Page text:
When I left India for graduate school in the United States in 1975, the word “globalisation” was not in use anywhere in the world. Back then, crossing borders was still a big deal, and getting a US visa was no easy feat. When I did arrive in America, to be an Indian still carried a whiff of the exotic and the unfamiliar.
Nowadays, globalisation is inescapable. Over the course of less than three decades, trade barriers came down, and the combination of accessible aeroplane travel, satellite television, and the internet has created a kind of interconnected “global village”. But two types of backlash are now casting doubt on globalisation’s future.
The 2008 economic crisis seems to have been the turning point in public perception. In the years leading up to the crisis, millions of people rose out of poverty, and democracy became more widespread than ever, creating the general sense that a golden age had begun. Francis Fukuyama famously argued that in the grand global struggle over the future of human political and economic organisation, the forces of democracy and liberal capitalism had won a definitive victory.
Then crisis struck, and the hubris of that era was quickly discredited. People began to note a distinct and deepening disparity between globalisation’s winners and losers, with weak wage growth accompanied by robust returns for the wealthy. In the United Kingdom, for example, wages have grown by only 13 per cent since 2008, but the stock market is up by 115 per cent. According to an annual Credit Suisse report, wealth inequality is now growing sharply in 35 of 46 major economies, compared to just 12 before 2007.
In the developed world, the poor and the unemployed began to feel that they had no stake in the globalised system. They condemned the political establishment for pursuing policies that sent their jobs to faraway lands like China and India. And they demanded a return to the old economic order, and thus to the promise that each new generation would earn more and live better than the last.
But the backlash against economic globalisation is only one half of the story. There has also been a backlash against cultural globalisation — encompassing cosmopolitanism, multiculturalism, and secularism — driven by those who seek the comforts of traditional ethnic, religious, or national identity. This identity-focused backlash is exemplified by US President Donald Trump, whose message resonated with white blue-collar voters that formed the core of Trump’s base. But the America that Trump promised isn’t coming back: By 2030, a majority of the American labour force will be non-white.
While Trump is often viewed as a uniquely American phenomenon, he is actually just one part of a broader revolt by nationalists and traditionalists against a liberal globalist and cosmopolitan elite, in the name of a more religiously and culturally rooted identity. Hungarian Prime Minister Viktor Orban, Turkish President Recep Tayyip Erdogan, and, in his own way, Indian Prime Minister Narendra Modi are all capitalising on this trend. Even in places where far-right, xenophobic, and nationalist parties and politicians have not won power, they have made strides, as the Alternative for Germany did in recent federal election.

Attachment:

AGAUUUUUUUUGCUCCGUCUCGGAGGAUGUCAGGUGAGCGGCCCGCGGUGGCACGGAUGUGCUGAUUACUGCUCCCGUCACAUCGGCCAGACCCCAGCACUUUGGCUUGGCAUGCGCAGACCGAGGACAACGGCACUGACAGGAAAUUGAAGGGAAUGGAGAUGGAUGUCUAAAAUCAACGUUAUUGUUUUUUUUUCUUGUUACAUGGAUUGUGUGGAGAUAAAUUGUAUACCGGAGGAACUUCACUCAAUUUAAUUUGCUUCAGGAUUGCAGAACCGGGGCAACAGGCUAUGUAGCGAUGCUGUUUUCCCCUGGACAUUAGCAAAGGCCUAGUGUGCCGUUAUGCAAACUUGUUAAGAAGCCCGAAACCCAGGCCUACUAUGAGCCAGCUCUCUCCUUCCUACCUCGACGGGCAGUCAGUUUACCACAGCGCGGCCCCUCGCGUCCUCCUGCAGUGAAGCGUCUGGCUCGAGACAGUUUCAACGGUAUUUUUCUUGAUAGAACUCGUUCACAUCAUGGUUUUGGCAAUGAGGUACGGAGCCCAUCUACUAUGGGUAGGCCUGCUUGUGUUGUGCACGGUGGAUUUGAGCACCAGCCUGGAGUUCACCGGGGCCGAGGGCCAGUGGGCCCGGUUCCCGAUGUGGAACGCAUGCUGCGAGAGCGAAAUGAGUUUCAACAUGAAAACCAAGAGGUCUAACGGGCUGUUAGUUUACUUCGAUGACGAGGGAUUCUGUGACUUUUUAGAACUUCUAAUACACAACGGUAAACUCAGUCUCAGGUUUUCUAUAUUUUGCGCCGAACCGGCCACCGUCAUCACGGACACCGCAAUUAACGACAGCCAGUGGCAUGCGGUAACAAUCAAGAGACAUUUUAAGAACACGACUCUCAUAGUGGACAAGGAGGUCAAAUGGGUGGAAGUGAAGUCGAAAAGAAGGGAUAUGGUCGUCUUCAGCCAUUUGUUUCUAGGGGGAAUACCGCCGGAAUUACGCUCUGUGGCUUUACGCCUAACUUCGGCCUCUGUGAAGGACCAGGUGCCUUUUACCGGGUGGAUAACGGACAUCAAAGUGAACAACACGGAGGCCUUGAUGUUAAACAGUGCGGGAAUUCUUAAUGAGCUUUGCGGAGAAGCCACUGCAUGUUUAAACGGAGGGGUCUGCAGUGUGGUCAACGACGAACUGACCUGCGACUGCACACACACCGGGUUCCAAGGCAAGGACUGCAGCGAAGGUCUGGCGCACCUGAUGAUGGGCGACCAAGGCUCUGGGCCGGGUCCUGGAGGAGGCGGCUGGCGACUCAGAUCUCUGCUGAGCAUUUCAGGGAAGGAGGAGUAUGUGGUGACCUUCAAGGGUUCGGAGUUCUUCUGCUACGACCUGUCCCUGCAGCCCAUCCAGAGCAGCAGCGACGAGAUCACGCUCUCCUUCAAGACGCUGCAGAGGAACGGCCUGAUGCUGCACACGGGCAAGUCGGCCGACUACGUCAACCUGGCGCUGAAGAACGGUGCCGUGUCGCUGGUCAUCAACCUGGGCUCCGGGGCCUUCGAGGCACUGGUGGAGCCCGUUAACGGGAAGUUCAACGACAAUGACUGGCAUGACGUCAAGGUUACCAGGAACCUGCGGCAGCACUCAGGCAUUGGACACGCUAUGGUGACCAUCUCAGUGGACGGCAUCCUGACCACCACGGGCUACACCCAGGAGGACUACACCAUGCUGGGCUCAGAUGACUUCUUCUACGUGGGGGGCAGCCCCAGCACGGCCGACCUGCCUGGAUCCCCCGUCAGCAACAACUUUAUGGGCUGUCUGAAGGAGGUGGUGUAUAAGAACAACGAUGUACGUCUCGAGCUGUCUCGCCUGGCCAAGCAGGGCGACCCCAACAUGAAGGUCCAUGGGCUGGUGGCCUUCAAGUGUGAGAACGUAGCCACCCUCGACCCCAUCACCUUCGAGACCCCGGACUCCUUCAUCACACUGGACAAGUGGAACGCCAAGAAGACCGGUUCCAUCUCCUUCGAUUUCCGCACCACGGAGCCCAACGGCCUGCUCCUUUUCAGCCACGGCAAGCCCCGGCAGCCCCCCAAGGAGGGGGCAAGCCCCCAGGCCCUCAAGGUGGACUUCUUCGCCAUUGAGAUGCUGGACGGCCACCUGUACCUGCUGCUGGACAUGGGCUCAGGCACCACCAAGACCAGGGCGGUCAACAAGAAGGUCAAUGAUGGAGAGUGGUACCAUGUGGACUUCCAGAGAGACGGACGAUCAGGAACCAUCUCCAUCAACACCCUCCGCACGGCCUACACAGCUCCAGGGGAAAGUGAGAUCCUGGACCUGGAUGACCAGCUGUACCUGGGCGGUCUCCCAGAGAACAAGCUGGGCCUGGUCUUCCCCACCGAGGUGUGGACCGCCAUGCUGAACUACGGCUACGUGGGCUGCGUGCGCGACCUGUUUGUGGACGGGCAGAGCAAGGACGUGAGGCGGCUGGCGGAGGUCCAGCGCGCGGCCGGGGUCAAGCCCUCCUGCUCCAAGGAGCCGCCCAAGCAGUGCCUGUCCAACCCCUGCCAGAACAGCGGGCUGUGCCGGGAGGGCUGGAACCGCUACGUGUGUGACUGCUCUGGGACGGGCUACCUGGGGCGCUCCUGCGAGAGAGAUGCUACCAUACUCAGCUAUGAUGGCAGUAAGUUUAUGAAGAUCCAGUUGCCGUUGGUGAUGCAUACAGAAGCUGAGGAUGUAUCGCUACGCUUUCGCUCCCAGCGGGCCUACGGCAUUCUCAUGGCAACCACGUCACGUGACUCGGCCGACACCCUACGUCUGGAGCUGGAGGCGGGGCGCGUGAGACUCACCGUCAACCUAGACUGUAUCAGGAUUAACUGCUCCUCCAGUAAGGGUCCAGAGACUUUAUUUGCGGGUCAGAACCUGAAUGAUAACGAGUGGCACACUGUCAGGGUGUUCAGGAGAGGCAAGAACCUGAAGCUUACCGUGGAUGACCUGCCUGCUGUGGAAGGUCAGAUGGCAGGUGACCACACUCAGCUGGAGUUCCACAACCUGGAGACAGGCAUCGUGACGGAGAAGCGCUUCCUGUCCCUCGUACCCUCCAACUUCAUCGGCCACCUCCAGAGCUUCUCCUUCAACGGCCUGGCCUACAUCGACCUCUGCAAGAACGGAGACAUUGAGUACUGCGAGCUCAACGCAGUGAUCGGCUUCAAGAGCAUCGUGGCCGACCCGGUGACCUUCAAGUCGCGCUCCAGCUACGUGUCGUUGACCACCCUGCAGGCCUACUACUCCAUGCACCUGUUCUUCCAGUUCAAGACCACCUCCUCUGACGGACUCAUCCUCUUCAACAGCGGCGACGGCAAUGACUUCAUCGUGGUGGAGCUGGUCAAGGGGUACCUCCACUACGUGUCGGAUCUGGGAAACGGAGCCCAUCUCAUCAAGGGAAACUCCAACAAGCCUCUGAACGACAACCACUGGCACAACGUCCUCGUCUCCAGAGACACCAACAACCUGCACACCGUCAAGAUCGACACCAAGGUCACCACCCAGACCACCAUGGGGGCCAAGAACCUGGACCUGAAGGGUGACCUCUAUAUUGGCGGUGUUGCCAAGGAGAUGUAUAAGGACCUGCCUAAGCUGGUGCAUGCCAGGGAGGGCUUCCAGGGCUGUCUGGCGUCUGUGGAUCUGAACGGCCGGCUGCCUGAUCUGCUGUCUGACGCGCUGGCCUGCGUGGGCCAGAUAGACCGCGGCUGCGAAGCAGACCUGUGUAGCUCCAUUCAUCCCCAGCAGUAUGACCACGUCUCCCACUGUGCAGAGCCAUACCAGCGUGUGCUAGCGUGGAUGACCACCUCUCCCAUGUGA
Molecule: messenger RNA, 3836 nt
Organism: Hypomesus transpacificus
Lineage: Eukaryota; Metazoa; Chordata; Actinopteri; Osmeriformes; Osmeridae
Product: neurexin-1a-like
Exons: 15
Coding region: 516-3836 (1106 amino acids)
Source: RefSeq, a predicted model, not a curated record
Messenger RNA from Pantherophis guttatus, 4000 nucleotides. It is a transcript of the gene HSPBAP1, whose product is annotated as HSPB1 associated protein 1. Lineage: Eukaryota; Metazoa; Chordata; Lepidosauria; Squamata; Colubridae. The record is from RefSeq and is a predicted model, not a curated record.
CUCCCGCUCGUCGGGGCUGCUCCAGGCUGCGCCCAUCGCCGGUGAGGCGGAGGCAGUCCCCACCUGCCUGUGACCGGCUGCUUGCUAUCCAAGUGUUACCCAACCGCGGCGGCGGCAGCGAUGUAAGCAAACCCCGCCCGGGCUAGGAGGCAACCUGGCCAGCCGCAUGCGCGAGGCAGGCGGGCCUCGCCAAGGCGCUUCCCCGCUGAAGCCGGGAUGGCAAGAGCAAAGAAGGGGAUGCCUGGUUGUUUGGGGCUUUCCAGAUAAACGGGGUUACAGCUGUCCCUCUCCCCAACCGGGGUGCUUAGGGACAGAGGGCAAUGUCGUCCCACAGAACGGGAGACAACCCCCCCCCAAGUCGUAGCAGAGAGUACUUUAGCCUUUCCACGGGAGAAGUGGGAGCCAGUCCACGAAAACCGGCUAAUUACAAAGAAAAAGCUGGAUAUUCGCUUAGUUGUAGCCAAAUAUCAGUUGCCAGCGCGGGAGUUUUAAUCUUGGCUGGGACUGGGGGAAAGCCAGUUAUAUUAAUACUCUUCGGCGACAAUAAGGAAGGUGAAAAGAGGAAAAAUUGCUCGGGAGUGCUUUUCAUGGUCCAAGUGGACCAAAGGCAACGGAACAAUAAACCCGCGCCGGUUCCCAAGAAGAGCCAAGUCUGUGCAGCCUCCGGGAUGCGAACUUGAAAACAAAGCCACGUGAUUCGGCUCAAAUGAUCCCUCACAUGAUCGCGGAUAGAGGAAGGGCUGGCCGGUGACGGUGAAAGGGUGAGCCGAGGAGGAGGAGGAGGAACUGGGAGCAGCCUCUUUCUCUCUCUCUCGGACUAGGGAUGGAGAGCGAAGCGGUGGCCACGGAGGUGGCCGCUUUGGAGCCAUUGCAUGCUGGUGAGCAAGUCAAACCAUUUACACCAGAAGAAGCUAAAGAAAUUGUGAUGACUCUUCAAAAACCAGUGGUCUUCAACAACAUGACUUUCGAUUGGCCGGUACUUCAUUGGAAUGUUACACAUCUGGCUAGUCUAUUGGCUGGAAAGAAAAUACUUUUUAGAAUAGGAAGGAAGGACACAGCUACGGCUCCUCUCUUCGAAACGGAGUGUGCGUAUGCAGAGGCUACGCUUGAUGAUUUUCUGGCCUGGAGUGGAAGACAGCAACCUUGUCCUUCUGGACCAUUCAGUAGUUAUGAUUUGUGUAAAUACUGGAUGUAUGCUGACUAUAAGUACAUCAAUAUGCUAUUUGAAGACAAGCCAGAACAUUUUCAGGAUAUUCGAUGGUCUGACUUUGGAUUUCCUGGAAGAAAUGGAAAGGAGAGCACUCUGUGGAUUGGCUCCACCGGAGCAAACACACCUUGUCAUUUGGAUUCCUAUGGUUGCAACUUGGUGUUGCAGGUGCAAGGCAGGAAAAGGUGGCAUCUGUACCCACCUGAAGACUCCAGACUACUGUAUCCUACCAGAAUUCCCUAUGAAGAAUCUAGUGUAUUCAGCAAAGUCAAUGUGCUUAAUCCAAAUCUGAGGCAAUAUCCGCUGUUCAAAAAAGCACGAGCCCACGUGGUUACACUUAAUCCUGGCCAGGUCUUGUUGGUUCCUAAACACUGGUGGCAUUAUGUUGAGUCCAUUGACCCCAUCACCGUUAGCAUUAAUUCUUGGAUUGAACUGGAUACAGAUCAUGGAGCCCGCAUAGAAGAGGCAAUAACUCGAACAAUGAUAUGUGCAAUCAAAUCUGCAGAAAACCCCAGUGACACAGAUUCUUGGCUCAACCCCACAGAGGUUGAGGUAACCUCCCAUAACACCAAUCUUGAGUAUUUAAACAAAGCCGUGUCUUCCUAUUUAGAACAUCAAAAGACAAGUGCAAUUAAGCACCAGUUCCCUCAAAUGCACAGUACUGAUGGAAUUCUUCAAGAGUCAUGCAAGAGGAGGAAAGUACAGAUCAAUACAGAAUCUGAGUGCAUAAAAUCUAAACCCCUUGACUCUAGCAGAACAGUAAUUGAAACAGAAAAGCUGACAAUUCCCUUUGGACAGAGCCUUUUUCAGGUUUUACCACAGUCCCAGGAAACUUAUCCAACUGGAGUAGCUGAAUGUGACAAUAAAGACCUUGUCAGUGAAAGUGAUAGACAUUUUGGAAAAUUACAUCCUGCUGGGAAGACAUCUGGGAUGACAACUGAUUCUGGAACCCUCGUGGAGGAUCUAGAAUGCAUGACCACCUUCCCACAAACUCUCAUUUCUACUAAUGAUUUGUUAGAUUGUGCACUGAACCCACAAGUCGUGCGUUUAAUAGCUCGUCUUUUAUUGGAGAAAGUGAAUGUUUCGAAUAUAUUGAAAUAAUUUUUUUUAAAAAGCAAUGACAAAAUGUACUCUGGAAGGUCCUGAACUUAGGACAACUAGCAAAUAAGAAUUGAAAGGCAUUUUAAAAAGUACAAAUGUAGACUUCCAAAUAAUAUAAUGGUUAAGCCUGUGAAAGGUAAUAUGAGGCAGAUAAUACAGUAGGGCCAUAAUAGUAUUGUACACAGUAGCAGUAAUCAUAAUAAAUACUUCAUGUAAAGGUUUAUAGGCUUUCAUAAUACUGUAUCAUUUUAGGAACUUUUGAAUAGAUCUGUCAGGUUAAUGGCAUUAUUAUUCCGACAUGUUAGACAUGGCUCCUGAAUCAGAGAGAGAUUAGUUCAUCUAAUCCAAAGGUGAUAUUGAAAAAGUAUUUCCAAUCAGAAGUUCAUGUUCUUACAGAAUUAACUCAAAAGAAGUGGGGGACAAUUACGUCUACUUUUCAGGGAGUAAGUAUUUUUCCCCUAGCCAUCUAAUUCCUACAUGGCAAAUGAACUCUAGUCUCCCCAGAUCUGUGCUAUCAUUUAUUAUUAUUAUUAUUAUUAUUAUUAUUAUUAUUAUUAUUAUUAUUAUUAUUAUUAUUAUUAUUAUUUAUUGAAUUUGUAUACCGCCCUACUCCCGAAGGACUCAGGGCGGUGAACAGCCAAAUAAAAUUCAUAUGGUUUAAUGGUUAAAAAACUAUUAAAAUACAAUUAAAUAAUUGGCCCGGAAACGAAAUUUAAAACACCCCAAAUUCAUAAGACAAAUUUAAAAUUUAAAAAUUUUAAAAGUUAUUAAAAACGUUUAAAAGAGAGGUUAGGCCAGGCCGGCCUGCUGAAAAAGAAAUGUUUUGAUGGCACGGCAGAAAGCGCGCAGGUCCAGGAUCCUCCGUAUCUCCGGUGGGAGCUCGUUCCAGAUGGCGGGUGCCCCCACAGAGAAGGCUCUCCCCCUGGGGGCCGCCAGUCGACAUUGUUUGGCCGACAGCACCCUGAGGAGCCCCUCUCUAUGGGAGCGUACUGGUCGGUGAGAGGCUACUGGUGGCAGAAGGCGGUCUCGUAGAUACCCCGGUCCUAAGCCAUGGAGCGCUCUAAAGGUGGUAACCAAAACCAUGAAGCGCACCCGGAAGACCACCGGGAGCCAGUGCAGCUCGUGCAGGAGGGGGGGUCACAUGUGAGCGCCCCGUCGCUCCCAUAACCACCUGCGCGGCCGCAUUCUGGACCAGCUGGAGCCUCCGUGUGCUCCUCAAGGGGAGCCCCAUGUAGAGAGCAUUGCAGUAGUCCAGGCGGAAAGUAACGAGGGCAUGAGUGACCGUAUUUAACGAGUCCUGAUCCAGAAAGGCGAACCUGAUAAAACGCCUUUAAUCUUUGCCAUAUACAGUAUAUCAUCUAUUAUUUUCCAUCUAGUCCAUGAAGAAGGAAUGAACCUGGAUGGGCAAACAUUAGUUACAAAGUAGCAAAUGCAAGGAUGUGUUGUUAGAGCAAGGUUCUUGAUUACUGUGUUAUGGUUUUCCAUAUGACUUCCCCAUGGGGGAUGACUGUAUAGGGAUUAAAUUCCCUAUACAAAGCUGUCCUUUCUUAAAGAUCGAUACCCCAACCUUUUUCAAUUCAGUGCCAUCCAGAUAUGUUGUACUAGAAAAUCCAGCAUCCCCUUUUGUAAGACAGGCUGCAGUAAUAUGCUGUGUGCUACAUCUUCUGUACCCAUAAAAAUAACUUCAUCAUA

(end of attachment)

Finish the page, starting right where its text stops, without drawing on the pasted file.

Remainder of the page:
Yet, the resentment towards the so-called elites into which such leaders have tapped can be seen on the Left as well. Consider the Occupy Wall Street movement in the US, which comprised young people claiming to represent the 99 per cent who were left behind as the 1 per cent continued to thrive. The Democratic Party insurgency, led by Senator Bernie Sanders, opposed Hillary Clinton for much the same reason their right-wing counterparts did: With her well-paid speeches at Goldman Sachs, she was viewed as a representative of the Wall Street-linked globalised elite.
Similar anti-elite sentiment, fuelled partly by working-class resentment of cosmopolitanism and economic inequality, underpinned the UK’s vote to leave the European Union (EU). There are now 1,800 billionaires globally, 70 of whom live in wealthy and cosmopolitan London, where residents overwhelmingly opposed Brexit. But opposition to the EU was compounded by more fundamental issues of nationalism and identity, including citizens’ distaste for the large numbers of non-English-speaking immigrants from other member countries.
The economic and cultural backlashes against globalisation do not always overlap. While Erdogan and Modi, like President Xi Jinping in China, promise national reassertion, they are still economic globalisers — the “Davos Man” who has come to represent the global elite. But the current spectre of economic uncertainty is now reinforcing their nativism and chauvinism, just when similar tendencies are on the rise in the West.
Taken together, the two types of backlash against globalisation explain why protectionist barriers to the free flow of goods, capital and labour have been erected even in developed western countries that long advocated greater openness. The numbers speak for themselves. In 2007, global capital flows reached a record high of $12.4 trillion (Dh45.60 trillion), or 21 per cent of the global economy. By 2016, the annual total had plummeted to $4.3 trillion, or 6 per cent of the global economy — a lower share than in 1980. With total economic growth outpacing world trade growth of less than 2.5 per cent, globalisation has been rolled back decades.
Yet, while globalisation isn’t perfect, it has pulled millions out of poverty in developing countries like China and India, created new markets for goods made by poor countries, and reduced prices for rich-country consumers. The economic and cultural backlash must be resisted, and the promise of global integration realised for all.
— Project Syndicate, 2017